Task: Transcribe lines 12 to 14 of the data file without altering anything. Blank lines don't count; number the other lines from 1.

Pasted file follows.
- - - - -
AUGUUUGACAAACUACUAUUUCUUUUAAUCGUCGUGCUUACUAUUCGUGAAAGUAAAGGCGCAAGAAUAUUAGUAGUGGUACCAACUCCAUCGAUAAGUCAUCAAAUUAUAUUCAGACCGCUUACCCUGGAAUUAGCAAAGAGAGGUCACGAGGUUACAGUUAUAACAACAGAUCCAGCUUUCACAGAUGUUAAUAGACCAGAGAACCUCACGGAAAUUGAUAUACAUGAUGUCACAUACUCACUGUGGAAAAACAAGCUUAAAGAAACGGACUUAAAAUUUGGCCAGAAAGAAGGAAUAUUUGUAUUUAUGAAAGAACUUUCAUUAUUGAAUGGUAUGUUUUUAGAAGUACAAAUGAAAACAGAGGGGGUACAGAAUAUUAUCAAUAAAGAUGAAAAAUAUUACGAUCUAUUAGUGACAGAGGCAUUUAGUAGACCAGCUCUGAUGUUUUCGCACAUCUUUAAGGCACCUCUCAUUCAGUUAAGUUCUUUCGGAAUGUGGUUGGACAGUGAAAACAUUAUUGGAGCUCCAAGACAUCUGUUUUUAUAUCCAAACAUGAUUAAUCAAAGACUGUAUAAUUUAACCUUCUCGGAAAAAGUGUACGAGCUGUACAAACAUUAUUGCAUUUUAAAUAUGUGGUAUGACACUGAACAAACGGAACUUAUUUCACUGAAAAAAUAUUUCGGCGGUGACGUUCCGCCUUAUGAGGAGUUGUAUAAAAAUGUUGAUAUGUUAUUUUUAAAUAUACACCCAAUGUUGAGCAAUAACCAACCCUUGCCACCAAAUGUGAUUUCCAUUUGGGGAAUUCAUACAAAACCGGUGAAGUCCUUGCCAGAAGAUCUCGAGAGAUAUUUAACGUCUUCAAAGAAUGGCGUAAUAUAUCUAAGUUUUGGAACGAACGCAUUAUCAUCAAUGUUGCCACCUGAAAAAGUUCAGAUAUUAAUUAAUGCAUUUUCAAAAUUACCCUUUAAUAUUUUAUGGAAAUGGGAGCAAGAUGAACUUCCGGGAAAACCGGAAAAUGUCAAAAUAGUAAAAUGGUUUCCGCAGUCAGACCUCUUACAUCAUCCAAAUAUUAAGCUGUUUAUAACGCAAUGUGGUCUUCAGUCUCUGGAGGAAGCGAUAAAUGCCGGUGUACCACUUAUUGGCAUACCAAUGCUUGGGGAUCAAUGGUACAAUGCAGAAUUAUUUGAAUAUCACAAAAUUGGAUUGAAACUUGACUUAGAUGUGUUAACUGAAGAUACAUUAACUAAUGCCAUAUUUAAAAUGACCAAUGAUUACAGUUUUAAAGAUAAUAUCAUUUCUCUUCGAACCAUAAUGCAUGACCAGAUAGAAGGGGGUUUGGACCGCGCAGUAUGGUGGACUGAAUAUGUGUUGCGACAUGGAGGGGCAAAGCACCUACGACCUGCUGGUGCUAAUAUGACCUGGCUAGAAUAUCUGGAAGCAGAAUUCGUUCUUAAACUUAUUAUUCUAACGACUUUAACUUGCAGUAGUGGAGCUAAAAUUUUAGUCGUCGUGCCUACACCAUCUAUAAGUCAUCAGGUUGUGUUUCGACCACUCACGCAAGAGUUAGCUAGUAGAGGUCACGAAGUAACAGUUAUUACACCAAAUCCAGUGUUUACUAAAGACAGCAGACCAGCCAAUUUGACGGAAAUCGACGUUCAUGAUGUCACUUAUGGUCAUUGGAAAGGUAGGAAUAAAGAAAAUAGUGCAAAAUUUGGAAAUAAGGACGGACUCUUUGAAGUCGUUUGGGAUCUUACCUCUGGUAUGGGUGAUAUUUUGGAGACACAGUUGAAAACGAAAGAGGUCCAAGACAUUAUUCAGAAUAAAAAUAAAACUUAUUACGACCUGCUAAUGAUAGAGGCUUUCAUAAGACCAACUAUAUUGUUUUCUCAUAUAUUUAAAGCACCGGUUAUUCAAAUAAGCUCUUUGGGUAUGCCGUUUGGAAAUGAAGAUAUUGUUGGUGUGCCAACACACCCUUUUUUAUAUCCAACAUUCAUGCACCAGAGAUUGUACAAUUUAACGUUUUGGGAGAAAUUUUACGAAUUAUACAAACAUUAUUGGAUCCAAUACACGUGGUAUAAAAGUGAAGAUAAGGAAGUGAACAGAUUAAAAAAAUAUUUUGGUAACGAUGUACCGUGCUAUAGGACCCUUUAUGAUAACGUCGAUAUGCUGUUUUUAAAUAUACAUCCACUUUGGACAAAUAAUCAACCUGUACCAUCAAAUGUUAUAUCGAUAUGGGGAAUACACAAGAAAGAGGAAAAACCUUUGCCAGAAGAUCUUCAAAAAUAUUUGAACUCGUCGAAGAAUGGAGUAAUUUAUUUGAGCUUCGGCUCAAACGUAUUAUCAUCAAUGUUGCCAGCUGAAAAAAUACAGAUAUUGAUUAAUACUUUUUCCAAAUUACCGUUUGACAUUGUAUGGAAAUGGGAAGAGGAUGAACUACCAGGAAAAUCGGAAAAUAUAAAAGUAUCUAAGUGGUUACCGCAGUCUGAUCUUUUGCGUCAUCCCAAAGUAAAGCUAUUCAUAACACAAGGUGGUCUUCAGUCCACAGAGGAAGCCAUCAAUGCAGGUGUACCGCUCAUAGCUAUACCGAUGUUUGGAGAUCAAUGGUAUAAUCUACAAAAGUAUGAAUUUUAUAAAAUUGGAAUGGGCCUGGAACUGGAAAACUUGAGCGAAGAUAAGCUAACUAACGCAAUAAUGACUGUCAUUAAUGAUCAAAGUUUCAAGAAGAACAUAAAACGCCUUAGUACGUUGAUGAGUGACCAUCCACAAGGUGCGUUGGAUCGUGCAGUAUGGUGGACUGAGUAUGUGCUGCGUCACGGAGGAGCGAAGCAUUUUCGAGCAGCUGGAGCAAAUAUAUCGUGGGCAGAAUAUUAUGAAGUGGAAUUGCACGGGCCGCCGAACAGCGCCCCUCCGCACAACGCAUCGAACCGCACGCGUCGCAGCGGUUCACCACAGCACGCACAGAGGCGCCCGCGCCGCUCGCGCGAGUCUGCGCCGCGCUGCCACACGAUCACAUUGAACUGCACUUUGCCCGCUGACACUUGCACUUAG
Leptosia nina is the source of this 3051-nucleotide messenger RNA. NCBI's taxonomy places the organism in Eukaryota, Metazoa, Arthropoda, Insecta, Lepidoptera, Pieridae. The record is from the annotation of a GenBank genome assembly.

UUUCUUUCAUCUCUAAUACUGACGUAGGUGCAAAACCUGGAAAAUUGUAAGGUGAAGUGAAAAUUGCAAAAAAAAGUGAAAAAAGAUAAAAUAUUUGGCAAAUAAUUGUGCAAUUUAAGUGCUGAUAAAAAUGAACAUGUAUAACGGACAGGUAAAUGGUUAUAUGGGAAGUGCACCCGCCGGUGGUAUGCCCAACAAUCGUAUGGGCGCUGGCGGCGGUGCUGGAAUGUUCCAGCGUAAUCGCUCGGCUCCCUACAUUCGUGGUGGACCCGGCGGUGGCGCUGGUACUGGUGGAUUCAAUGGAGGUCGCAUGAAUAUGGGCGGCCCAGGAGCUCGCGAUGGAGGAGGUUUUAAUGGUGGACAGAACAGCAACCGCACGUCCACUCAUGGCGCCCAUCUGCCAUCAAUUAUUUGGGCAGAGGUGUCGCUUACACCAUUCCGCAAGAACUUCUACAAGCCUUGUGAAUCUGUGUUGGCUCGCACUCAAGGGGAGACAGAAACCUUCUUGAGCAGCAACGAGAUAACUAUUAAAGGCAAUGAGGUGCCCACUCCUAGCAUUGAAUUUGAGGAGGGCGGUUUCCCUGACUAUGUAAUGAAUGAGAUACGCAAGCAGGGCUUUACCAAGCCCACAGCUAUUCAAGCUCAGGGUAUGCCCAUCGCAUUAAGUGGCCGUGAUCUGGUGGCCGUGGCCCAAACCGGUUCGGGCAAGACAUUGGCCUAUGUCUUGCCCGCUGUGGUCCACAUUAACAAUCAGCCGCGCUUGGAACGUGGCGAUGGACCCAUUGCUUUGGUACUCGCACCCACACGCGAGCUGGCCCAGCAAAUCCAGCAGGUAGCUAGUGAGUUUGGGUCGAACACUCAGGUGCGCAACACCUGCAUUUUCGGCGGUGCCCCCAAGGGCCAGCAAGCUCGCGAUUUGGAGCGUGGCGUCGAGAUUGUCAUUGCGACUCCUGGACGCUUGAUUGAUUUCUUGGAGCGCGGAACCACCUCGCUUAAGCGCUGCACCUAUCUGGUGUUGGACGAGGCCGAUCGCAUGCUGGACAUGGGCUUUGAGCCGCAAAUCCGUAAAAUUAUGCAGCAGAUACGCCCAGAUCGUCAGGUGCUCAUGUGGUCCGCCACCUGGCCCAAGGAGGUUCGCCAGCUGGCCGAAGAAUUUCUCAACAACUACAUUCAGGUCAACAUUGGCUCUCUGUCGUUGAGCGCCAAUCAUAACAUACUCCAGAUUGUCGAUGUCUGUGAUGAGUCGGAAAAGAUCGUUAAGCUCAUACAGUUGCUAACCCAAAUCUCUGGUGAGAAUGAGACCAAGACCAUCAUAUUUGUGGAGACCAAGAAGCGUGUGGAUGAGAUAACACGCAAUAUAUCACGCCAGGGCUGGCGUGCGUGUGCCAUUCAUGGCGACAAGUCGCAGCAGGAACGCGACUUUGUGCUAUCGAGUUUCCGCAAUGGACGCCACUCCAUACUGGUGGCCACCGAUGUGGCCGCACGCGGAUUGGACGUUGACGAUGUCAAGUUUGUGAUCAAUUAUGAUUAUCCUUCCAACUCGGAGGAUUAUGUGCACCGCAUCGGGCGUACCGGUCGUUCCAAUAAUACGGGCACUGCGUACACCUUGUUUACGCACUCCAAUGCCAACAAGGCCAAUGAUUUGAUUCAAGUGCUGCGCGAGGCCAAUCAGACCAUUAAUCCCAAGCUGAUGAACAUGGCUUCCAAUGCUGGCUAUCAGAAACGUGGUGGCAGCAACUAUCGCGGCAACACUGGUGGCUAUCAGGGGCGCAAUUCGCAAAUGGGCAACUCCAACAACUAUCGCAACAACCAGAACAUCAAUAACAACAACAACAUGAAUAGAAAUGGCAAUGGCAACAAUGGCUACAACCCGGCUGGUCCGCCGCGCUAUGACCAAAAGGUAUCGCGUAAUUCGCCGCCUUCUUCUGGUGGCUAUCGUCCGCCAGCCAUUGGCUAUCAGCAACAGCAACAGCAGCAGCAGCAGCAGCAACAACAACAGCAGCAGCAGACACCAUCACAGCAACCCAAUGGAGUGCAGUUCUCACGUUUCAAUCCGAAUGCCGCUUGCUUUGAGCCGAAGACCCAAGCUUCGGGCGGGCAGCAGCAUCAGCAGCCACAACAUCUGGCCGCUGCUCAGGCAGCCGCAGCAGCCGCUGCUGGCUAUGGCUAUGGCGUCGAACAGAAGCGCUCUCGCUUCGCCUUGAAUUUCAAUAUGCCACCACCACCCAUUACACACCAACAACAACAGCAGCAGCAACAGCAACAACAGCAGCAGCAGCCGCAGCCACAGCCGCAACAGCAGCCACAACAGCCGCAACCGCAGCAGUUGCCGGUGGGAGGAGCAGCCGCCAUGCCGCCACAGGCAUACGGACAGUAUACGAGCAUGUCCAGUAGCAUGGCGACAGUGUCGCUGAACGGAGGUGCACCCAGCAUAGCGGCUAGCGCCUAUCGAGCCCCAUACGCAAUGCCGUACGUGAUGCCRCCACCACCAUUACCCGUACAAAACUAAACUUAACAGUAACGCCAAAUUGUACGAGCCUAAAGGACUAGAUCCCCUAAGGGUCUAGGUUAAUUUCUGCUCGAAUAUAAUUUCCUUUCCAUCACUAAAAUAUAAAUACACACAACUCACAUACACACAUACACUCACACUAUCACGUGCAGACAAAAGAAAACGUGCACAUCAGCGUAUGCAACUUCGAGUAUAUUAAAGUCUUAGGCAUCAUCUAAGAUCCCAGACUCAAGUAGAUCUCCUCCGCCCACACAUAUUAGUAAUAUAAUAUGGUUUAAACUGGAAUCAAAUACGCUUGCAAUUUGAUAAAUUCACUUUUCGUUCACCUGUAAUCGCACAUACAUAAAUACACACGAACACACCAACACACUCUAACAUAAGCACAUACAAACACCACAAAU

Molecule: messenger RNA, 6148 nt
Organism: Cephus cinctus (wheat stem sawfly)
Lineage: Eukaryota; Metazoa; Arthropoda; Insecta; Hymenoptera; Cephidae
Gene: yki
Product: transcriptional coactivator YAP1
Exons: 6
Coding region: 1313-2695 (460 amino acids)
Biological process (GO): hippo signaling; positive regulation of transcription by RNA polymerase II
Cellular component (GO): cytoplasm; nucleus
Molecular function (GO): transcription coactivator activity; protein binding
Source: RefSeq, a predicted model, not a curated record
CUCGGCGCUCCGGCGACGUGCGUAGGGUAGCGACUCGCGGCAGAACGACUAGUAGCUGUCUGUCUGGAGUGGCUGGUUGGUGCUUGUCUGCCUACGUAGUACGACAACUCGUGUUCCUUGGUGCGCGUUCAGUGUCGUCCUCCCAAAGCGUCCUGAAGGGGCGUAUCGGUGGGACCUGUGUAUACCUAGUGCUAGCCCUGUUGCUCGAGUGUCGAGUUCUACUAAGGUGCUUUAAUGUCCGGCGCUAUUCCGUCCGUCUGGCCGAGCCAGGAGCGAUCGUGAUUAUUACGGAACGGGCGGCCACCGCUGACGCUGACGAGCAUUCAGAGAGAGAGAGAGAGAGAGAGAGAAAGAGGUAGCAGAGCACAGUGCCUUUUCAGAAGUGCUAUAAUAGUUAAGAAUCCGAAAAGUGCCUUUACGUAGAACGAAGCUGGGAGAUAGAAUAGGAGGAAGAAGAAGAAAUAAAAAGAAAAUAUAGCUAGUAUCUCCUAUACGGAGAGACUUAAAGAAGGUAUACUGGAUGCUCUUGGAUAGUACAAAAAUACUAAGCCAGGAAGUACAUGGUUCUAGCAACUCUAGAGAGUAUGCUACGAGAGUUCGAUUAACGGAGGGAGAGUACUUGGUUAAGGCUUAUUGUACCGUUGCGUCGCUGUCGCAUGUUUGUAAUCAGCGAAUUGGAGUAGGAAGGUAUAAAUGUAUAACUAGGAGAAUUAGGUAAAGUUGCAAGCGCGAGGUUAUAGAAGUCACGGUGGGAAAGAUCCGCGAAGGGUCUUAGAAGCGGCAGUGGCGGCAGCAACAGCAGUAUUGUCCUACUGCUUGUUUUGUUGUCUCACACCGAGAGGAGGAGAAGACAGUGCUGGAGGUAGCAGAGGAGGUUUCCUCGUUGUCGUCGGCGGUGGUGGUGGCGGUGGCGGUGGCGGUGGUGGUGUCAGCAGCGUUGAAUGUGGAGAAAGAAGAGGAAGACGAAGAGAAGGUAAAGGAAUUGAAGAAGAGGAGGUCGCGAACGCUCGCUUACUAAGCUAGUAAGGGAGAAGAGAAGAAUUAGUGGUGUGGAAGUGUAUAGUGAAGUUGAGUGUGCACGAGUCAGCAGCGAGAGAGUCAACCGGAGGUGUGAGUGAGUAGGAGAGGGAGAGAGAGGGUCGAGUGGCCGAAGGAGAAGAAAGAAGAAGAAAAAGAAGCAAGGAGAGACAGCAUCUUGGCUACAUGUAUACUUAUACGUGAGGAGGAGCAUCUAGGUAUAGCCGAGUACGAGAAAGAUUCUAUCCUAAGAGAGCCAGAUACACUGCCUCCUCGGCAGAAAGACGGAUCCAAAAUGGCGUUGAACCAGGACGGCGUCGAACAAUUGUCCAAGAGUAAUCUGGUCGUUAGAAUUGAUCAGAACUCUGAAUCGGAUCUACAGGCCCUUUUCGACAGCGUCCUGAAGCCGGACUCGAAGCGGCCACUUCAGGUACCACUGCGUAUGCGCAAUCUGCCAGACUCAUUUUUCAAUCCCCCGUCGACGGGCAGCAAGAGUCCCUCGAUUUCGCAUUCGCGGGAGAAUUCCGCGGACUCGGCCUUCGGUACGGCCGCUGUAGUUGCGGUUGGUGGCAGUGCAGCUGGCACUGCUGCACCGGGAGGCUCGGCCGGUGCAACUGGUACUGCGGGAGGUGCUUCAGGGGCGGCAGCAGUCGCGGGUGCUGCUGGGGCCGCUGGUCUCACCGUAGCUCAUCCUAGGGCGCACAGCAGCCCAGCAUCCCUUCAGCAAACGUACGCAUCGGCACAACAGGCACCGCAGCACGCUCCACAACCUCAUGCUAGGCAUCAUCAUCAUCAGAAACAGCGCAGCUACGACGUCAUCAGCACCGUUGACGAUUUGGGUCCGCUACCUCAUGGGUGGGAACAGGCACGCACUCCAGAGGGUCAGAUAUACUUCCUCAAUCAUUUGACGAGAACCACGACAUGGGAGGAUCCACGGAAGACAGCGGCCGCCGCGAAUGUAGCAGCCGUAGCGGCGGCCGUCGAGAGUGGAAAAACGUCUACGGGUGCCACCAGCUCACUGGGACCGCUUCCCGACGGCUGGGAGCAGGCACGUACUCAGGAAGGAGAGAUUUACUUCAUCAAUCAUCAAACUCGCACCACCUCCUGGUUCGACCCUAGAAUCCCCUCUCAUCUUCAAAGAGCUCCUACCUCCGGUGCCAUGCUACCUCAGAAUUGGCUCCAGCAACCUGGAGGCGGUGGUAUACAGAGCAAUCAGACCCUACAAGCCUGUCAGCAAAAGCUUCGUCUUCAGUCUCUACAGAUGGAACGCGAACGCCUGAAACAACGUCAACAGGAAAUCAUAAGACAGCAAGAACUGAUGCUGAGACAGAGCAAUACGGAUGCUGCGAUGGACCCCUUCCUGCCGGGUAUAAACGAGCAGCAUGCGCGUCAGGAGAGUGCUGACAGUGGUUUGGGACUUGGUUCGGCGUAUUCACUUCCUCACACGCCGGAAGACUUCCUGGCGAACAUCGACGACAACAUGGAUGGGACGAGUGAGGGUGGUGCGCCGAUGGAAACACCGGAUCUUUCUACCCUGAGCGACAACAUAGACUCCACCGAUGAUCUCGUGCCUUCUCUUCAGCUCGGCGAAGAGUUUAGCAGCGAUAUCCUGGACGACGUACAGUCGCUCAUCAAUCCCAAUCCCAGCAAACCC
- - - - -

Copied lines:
Cellular component (GO): cytoplasm; nucleus
Molecular function (GO): transcription coactivator activity; protein binding
Source: RefSeq, a predicted model, not a curated record